“For each one that goes in there you loose upwards of a dozen seats in the back,” he explained. “The whole issue of carrying gas in the back and losing cargo capability came into the discussion.”

All aircraft are expected to be delivered by June 2014.



January 4, 2009



CAE set to land federal training contract; Ottawa-based xwave key participant in $500-million deal

By David Pugliese

The Ottawa Citizen

Thursday, November 27, 2008


 The Conservative government is getting set to approve a $500-million program that would see the creation of aerospace training facilities to teach Canadian Forces aircrews how to fly new transport planes and helicopters, as well as aircraft to be bought in the future for search and rescue.


A team of Canadian companies led by CAE of Montreal will be awarded the contract for what is known as the Operational Training Systems Provider or “OTSP.”


Montreal-based CAE, one of the world’s largest aviation simulation firms, had been deemed by the federal government as the only qualified bidder for the program. Awarding the contract, however, had been delayed by the federal election in October.


Neither the Defence Department or Public Works and Government Services Canada responded to a request for comment.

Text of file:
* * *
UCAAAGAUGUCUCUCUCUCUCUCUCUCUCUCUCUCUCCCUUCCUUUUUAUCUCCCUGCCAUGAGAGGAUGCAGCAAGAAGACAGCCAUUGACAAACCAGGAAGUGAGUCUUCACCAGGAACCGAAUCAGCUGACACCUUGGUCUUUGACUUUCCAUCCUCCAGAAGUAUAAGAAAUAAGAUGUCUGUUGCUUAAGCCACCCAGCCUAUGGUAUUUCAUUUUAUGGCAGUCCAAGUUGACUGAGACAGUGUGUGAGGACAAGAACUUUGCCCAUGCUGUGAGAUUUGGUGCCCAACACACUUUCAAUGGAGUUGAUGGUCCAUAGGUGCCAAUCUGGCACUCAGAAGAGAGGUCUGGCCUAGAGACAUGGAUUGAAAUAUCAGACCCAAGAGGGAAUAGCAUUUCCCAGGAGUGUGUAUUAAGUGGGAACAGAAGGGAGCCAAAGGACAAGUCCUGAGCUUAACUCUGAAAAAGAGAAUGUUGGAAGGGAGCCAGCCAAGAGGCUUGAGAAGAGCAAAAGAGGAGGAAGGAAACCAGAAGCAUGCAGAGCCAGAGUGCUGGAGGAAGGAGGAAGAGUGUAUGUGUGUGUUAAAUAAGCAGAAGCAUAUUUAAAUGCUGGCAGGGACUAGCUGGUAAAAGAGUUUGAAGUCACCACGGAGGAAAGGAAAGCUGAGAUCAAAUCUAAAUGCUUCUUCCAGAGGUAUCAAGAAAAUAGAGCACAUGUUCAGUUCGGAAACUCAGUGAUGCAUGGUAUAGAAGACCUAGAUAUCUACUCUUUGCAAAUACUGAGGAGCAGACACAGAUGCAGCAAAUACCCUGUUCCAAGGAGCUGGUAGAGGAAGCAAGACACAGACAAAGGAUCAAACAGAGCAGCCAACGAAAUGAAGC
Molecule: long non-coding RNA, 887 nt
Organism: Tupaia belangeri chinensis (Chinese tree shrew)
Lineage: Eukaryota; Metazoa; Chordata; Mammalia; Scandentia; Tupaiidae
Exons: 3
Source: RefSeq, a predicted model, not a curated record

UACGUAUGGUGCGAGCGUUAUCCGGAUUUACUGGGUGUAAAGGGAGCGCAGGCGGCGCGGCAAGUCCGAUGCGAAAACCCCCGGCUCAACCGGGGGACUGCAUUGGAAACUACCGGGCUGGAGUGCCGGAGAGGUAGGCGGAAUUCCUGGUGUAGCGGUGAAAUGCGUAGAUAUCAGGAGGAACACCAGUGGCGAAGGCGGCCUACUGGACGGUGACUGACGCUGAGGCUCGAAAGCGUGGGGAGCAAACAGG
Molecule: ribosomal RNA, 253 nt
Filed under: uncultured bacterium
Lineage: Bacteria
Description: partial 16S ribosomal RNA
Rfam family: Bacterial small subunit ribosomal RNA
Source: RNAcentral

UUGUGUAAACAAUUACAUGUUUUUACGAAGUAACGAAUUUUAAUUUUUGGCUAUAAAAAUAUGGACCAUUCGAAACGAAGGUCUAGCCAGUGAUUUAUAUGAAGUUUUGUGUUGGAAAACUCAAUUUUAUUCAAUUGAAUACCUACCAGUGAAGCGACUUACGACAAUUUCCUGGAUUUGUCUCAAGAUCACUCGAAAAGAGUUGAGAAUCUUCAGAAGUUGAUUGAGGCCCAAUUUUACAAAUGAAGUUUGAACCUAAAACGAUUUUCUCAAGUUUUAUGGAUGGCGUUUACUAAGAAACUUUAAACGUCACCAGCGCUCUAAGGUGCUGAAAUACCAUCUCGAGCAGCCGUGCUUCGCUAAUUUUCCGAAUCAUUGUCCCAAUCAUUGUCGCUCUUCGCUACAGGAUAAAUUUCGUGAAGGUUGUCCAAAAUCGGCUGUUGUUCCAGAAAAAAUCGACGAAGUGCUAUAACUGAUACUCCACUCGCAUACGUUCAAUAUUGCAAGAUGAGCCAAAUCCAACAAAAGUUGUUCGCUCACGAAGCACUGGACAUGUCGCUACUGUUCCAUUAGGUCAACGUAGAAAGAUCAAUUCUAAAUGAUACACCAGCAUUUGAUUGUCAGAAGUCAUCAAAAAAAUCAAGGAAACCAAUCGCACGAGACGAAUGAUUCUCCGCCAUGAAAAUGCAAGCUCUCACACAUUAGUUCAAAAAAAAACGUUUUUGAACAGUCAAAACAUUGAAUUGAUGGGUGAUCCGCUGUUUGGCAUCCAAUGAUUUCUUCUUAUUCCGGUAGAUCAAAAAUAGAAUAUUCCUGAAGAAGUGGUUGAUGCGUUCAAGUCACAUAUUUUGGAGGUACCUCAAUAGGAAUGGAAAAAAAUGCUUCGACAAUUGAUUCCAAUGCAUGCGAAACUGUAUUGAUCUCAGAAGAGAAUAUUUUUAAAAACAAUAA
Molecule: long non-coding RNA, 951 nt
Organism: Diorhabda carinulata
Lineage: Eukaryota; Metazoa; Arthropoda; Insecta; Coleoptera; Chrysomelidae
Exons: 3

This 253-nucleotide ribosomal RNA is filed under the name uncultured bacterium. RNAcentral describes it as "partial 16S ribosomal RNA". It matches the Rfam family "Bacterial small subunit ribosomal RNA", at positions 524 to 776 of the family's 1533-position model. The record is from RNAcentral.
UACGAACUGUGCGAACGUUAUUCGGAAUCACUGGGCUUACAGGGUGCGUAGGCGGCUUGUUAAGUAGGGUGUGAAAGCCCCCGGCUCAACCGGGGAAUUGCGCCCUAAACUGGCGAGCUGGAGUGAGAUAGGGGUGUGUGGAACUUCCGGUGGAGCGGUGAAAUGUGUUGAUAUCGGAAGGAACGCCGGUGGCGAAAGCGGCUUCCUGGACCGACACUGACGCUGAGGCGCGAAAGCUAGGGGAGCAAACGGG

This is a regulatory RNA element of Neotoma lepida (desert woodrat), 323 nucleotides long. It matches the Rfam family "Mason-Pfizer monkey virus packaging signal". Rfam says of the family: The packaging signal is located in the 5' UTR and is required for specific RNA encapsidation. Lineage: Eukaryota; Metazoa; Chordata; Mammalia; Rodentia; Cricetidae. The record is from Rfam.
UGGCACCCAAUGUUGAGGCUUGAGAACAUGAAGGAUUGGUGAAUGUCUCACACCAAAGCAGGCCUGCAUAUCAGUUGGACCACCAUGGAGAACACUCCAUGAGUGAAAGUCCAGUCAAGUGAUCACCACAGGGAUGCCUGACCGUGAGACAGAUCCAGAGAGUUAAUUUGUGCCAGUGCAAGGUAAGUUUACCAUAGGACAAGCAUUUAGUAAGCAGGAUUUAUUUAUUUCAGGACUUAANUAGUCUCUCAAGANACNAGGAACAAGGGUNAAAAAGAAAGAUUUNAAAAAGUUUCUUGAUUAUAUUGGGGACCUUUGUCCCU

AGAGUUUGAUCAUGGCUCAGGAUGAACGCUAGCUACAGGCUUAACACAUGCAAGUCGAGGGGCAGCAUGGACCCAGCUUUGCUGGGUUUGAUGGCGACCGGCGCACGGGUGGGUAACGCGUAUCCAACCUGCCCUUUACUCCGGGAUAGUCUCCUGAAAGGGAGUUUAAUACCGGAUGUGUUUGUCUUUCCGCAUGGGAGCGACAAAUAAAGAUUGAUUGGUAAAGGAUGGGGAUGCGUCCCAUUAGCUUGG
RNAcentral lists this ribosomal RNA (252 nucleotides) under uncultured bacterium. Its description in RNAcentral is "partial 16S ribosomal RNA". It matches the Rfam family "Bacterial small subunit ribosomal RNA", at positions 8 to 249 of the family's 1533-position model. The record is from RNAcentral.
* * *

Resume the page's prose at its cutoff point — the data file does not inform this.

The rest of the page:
The Conservative government is expected to highlight the contract as an example of its efforts to invest and build up Canada’s aerospace firms in tough economic times.


Defence officials privately say the OTSP program, which will include new training facilities and simulators at different locations in the country, will provide the air force with a common infrastructure for teaching crews on a number of aircraft. The project would run over the next 20 years and include training on new C-130J transport aircraft, Chinook helicopters and aircraft yet to be purchased, such as new fixed-wing search-and-rescue planes.


The final worth of the deal will depend on how much training for various aircraft fleets will be eventually be included. The initial deal for CAE is expected to be worth around $250 million.